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The Range Rover Evoque has had a facelift

It may be only a baby SUV, but the new model has everything fans desire, says David Green

The Times

Launched more than 12 years ago to a public that was somewhat sceptical about a baby Range Rover, the Evoque is now an important part of the Land Rover landscape. It’s the entry point to Range Rover ownership and is followed by the Velar, then the Range Rover Sport, right up to the heady heights and brandy-butter excess of the “big” Range Rover. The second-generation Evoque has been around for five years and, along with the Velar, spearheaded Gerry McGovern’s “reductive” design that can be seen now on all Range Rovers. The philosophy suits this elegant small SUV, which plies its trade mainly in city centres rather than muddy fields.

Land Rover has gone with the “if it ain’t broke …” adage for the latest facelift, with a tinker round the edges. It nails the Range Rover look and luxury, which has significant appeal for buyers, and even the entry-level “S” model has most of the usual creature comforts. The new model retains the trademark floating roof design and has Corinthian Bronze and Tribeca Blue launch colours, which suit the car well. Pixel LED headlights are sleek — but more importantly they are impressive tech, with matrix dimming to avoid dazzling the driver ahead and oncoming cars while still illuminating the the road.

But it is the interior that has had the biggest upgrade. Gone from the centre console are the dials for the heater and gone are the twin screens, the latter replaced by a single curved-glass touchscreen with Land Rover’s impressive Pivi Pro infotainment system. Some will miss the haptic, physical dials — I am a big fan of an old-school volume dial as opposed to sliding my finger across a screen — and people may balk at this race to house every command within the touchscreen, but that’s the direction of travel for Land Rover and many other brands. The lack of analogue switches at least frees up room for a cubbyhole that houses a wireless charging pad for mobile phones.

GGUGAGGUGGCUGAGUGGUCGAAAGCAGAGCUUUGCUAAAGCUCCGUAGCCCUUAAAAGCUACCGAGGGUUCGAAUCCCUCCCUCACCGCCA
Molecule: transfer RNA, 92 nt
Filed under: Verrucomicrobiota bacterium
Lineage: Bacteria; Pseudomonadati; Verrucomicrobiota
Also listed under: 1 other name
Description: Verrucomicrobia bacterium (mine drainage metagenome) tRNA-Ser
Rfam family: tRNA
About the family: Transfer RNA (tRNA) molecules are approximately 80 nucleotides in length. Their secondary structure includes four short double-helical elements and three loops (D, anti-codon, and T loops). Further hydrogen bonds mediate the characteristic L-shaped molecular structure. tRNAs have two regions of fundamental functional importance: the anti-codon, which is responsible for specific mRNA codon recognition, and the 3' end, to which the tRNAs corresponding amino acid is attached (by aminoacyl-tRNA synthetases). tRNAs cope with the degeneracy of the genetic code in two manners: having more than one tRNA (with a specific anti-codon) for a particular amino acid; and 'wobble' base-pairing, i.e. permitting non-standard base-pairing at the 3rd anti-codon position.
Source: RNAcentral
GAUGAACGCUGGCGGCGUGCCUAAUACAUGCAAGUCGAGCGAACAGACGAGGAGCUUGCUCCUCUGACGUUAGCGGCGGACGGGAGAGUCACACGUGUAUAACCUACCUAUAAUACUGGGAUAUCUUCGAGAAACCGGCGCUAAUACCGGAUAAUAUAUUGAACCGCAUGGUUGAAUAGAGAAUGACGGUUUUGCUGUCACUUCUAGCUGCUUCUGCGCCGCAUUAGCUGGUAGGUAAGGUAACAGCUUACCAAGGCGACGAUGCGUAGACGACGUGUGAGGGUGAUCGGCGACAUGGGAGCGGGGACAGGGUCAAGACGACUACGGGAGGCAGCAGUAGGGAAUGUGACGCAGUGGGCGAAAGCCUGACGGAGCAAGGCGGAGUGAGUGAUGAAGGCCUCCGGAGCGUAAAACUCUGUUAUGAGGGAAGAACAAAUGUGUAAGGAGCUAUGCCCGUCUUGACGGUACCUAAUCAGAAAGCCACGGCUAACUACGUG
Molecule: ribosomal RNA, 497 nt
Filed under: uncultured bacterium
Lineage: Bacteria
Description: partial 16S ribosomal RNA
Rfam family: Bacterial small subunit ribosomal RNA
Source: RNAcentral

The driver’s instrument cluster is digital across all models and there is also a digital rear view. It takes a bit of getting used to but it gives a wider field of vision than an old-school mirror, unimpeded by passengers or luggage. This is particularly beneficial in the Evoque, where the tapering roof results in a narrow rear window. And the car has Land Rover’s clever ClearSight Ground View, which gives you an image of the road just in front of the car and beneath the bonnet. Developed for off-road boulder and rut detection, in the Evoque it will be more usefully employed checking for obstructions in the Waitrose car park.

The leather alternative for the seats is a fabric from the sustainable manufacturer Kvadrat. But of course, traditional cowhide is available. An invisible upgrade to the cabin is an enhanced filtration system. Cabin Air Purification Plus filters out harmful pathogens and allergens while also controlling CO2 levels in the car. You can monitor this and the outside air quality via the central screen (of course).


Drivers get that imperious, high position loved by Range Rover-owners. The drive is refined and brisk when needed, especially in the plug-in hybrid (PHEV) model, which disguises its not inconsiderable weight well. It does the trick of feeling bigger than its size; smooth and solid on dual carriageways and motorways yet nimble and agile on city streets. It’s a noticeable step up from the older Evoque and keeps the infant Range Rover snapping at the heels of its siblings, if not quite achieving the supple refinement of the larger cars. The Evoque also adopts fly-by-wire braking, although most drivers will not notice this as different from the old system and may prefer not to think about the fact that there is no physical connection between the brake pedal and the brakes other than electric wiring.

The PHEV version theoretically offers sky-high fuel economy, but as with all such cars you must tightly manage charging to achieve this. If you have a convenient charging point and a short commute you may achieve close to the suggested 190+mpg, but you won’t if your charging opportunities are limited. More average SUV fuel-consumption levels will be the norm.

The changes may not be dramatic enough to send people who have recently bought Evoques dashing back to the dealership, but for fans of the brand and the model, the upgraded Evoque will not disappoint. From £49,900, landrover.com

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